In vitro studies proved that ELF-MF exposure could influence the physiological function of neural cells, such as the induction of oxidative stress , the activation of neuronal ion channels and membrane receptors [37,38], the inhibition of proliferation, and the promotion of apoptosis . Epidemiological investigations identified that ELF-MF exposure could cause a total decline in sleep quality , and some neurological symptoms, such as depression, anxiety, fatigue, and memory decline . Other studies have suggested the potential association between ELF-MF and AD development. Schulte et al. found that AD occurs more frequently in some occupations than in others . Another study further indicated an increased risk of AD among employees with occupational exposure to ELF-MF . Huss et al. found that there was a dose-response relationship with respect to years of residence in the immediate vicinity of power lines and AD . These results suggested that ELF-MF exposure was involved in AD development; however, the underlying mechanism has not been determined.
With regard to the unclear etiology of AD, ELF-MF exposure might serve as an important factor for AD development. Nevertheless, the biological effects of ELF-MF depend on the exposure parameters and duration. Various positive effects of magnetic field exposure have been reported in recent years. For example, ELF-MF exposure (60 Hz, 0.7 mT, 21 d) improved neurological scores, enhanced neurotrophic factor levels, and reduced both oxidative damage and neuronal loss in a Huntington's disease rat model . 2 mT, 50 Hz, 1 h/d exposure from postnatal day 23-35 improved the spatial learning acquisition and memory retention of early adolescent male mice . ELF-MF exposure of 5 mT, 50 Hz, and 60 min/d for 12 d exposure facilitated bone marrow stroma stem cell differentiation into neural cells . Similarly, exposure at 80-150 µT, 40 Hz, 20 min/day, 5 d/w, for 4 w had positive effects on peripheral nerve regeneration . In a previous study, we found that ELF-MF exposure (400 µT, 50 Hz, 60 d) partially improved the cognitive and clinicopathological symptoms of AD rats .
However, it remains unknown how AD develops, and how ELF-MF interacts with living material. This study used a rat model to simulate AD development after ELF-MF exposure, and revealed that inhibition of RKIP-mediated NF-kB pathway signaling by ELF-MF exposure is involved in the pathophysiological development of AD, and that ELF-MF exposure inhibits the development of AD disease. This result indicated the potential value of controlled ELF-MF exposure for AD therapy. Further studies are needed to determine the details of the interaction between ELF-MF and AD.
The role of RKIP mediated NF-κB pathway signaling in the effects of ELF-MF exposure on AD rats
NF-κB (nuclear factor κ-light-chain-enhancer of activated B cells) is a transcription factor that regulates many genes, and participates in cellular proliferation, apoptosis, invasion, and differentiation. Under normal physiological conditions, NF-κB is complexed with an endogenous inhibitor, IκB (inhibitor of NF-κB), and remains inactive. When cells are stimulated by certain damage factors, the NF-κB/IκB complex can be decomposed by IKK (inhibitor of nuclear factor kappa-B kinase), and the dissociated NF-κB enters nucleus where it exerts it effects . Many studies have suggested that the NF-κB pathway participates in the occurrence and development of neurodegenerative diseases. Recent studies have shown that the NF-κB pathway has a two-phase effect on AD: On the one hand, moderate activation of the NF-κB pathway can inhibit neuronal apoptosis that is induced by Aβ, through upregulating anti-apoptosis genes . On the other hand, continuous and excessive activation of the NF-κB pathway can increase the expression of inflammatory factors, which aggravate the neuronal injury of AD [46,47].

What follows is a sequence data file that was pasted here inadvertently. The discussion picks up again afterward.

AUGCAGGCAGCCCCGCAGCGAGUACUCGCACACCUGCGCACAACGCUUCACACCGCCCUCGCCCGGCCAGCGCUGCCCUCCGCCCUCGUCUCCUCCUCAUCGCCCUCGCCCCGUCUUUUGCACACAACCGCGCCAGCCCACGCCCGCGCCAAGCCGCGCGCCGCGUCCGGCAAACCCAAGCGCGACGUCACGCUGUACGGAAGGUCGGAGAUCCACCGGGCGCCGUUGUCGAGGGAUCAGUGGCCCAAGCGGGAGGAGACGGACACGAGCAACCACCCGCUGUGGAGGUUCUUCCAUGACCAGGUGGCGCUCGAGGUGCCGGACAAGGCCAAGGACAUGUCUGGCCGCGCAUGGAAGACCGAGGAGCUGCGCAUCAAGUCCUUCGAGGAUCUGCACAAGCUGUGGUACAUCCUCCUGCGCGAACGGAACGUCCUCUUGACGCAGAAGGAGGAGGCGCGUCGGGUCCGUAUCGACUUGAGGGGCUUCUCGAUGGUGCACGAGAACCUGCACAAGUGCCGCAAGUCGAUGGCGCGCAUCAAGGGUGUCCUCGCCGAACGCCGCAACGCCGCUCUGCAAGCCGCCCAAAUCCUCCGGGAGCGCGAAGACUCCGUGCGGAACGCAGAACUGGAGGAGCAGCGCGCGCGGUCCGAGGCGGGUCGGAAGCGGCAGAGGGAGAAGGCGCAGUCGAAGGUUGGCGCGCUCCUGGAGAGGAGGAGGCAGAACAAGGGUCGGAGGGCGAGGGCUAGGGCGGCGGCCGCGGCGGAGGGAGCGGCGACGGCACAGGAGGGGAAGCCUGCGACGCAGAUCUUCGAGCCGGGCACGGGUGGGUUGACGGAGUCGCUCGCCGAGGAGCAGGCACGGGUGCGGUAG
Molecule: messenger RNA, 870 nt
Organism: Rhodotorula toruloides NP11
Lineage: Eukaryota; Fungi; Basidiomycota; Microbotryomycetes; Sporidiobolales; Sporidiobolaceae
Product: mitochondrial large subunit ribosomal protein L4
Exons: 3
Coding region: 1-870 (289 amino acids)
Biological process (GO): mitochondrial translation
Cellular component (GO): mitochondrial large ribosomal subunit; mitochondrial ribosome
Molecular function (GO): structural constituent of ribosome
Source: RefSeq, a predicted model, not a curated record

RKIP exists extensively within both eukaryotic and prokaryotic cells, and plays an important role in different signal pathways. Recent studies have found that RKIP is mainly expressed around senile plaques, which are formed by β-amyloid decomposition , and the expression of RKIP mRNA and protein decreased correspondingly in the hippocampus of AD patient  and an AD mouse . Further study found that RKIP was sensitive to hippocampal damage induced by electromagnetic radiation . In addition, RKIP has also been recognized as an inhibitor of the NF-κB pathway. When combined with TAK1, RKIP can inhibit the phosphorylation of IKK, which has a negative regulatory role in the decomposition of the NF-κB/IκB complex .
In this study, we found that both ELF-MF exposure (50 Hz, 400 μT, 60 d) and AD modeling could result in the downregulation of RKIP, a decrease in the RKIP/TAK1 interaction, and upregulation of p-IKK and p-NF-κB. The above changes showed a recoverable trend at 28 d after exposure in the MF group. Correspondingly, the learning and memory disfunction of the MF group recovered to close to the control group at 28 d after ELF-MF exposure. However, the above changes in RKIP-mediated NF-κB pathway signaling were not reversible in the AD group, especially the expression of p-NFκB and the RKIP/TAK1 interaction. Moreover, ELF-MF exposure significantly inhibited RKIP-mediated NF-κB pathway signaling in the AD rats. With regard to the improvement in spatial learning induced by ELF-MF exposure in the AD rats, RKIP-mediated NF-κB pathway signaling might play an important role in this process.